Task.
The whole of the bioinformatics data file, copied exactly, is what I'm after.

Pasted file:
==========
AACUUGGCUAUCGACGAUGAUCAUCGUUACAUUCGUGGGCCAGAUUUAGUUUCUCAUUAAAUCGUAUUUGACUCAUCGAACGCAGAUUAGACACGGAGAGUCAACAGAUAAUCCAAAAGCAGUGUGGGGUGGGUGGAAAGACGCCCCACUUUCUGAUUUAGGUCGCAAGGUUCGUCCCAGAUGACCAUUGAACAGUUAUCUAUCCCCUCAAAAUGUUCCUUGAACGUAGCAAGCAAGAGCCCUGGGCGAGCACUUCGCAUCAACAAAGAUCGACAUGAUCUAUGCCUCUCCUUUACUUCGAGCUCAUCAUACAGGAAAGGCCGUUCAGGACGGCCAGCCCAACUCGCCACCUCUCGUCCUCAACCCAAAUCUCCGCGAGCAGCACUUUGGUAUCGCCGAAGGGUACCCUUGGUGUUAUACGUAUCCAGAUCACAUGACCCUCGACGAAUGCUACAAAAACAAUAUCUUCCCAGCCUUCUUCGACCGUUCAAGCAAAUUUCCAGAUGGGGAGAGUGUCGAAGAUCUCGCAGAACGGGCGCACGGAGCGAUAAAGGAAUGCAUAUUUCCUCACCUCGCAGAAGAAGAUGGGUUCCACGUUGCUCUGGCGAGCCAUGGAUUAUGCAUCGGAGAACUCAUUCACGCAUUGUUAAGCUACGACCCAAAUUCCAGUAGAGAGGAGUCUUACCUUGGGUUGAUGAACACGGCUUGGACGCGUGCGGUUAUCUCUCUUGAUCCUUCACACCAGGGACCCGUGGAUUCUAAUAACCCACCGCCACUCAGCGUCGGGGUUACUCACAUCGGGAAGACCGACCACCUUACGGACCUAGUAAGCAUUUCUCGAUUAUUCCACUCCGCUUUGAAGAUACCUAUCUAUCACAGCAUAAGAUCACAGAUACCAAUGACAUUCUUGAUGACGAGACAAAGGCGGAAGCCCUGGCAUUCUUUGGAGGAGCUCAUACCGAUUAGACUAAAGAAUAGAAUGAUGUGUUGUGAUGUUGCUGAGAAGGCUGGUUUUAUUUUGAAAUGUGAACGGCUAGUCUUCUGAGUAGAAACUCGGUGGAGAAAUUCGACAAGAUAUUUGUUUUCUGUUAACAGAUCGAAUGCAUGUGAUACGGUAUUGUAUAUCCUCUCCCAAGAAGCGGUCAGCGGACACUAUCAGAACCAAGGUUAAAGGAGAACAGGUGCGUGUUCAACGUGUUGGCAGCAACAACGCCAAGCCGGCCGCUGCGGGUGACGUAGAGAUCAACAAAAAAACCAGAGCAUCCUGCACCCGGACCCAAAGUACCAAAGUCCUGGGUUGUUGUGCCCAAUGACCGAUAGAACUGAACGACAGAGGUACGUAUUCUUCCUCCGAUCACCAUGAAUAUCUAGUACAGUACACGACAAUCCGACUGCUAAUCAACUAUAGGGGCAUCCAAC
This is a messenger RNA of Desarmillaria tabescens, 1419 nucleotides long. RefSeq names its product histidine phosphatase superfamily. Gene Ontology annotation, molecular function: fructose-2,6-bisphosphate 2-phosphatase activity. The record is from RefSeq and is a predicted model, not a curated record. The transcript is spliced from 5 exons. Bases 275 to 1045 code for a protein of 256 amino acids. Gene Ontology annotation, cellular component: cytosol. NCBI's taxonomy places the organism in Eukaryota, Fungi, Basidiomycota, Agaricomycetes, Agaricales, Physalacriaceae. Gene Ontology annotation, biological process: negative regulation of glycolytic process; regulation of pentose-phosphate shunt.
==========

AACUUGGCUAUCGACGAUGAUCAUCGUUACAUUCGUGGGCCAGAUUUAGUUUCUCAUUAAAUCGUAUUUGACUCAUCGAACGCAGAUUAGACACGGAGAGUCAACAGAUAAUCCAAAAGCAGUGUGGGGUGGGUGGAAAGACGCCCCACUUUCUGAUUUAGGUCGCAAGGUUCGUCCCAGAUGACCAUUGAACAGUUAUCUAUCCCCUCAAAAUGUUCCUUGAACGUAGCAAGCAAGAGCCCUGGGCGAGCACUUCGCAUCAACAAAGAUCGACAUGAUCUAUGCCUCUCCUUUACUUCGAGCUCAUCAUACAGGAAAGGCCGUUCAGGACGGCCAGCCCAACUCGCCACCUCUCGUCCUCAACCCAAAUCUCCGCGAGCAGCACUUUGGUAUCGCCGAAGGGUACCCUUGGUGUUAUACGUAUCCAGAUCACAUGACCCUCGACGAAUGCUACAAAAACAAUAUCUUCCCAGCCUUCUUCGACCGUUCAAGCAAAUUUCCAGAUGGGGAGAGUGUCGAAGAUCUCGCAGAACGGGCGCACGGAGCGAUAAAGGAAUGCAUAUUUCCUCACCUCGCAGAAGAAGAUGGGUUCCACGUUGCUCUGGCGAGCCAUGGAUUAUGCAUCGGAGAACUCAUUCACGCAUUGUUAAGCUACGACCCAAAUUCCAGUAGAGAGGAGUCUUACCUUGGGUUGAUGAACACGGCUUGGACGCGUGCGGUUAUCUCUCUUGAUCCUUCACACCAGGGACCCGUGGAUUCUAAUAACCCACCGCCACUCAGCGUCGGGGUUACUCACAUCGGGAAGACCGACCACCUUACGGACCUAGUAAGCAUUUCUCGAUUAUUCCACUCCGCUUUGAAGAUACCUAUCUAUCACAGCAUAAGAUCACAGAUACCAAUGACAUUCUUGAUGACGAGACAAAGGCGGAAGCCCUGGCAUUCUUUGGAGGAGCUCAUACCGAUUAGACUAAAGAAUAGAAUGAUGUGUUGUGAUGUUGCUGAGAAGGCUGGUUUUAUUUUGAAAUGUGAACGGCUAGUCUUCUGAGUAGAAACUCGGUGGAGAAAUUCGACAAGAUAUUUGUUUUCUGUUAACAGAUCGAAUGCAUGUGAUACGGUAUUGUAUAUCCUCUCCCAAGAAGCGGUCAGCGGACACUAUCAGAACCAAGGUUAAAGGAGAACAGGUGCGUGUUCAACGUGUUGGCAGCAACAACGCCAAGCCGGCCGCUGCGGGUGACGUAGAGAUCAACAAAAAAACCAGAGCAUCCUGCACCCGGACCCAAAGUACCAAAGUCCUGGGUUGUUGUGCCCAAUGACCGAUAGAACUGAACGACAGAGGUACGUAUUCUUCCUCCGAUCACCAUGAAUAUCUAGUACAGUACACGACAAUCCGACUGCUAAUCAACUAUAGGGGCAUCCAAC
This is a messenger RNA of Desarmillaria tabescens, 1419 nucleotides long. RefSeq names its product histidine phosphatase superfamily. Gene Ontology annotation, molecular function: fructose-2,6-bisphosphate 2-phosphatase activity. The record is from RefSeq and is a predicted model, not a curated record. The transcript is spliced from 5 exons. Bases 275 to 1045 code for a protein of 256 amino acids. Gene Ontology annotation, cellular component: cytosol. NCBI's taxonomy places the organism in Eukaryota, Fungi, Basidiomycota, Agaricomycetes, Agaricales, Physalacriaceae. Gene Ontology annotation, biological process: negative regulation of glycolytic process; regulation of pentose-phosphate shunt.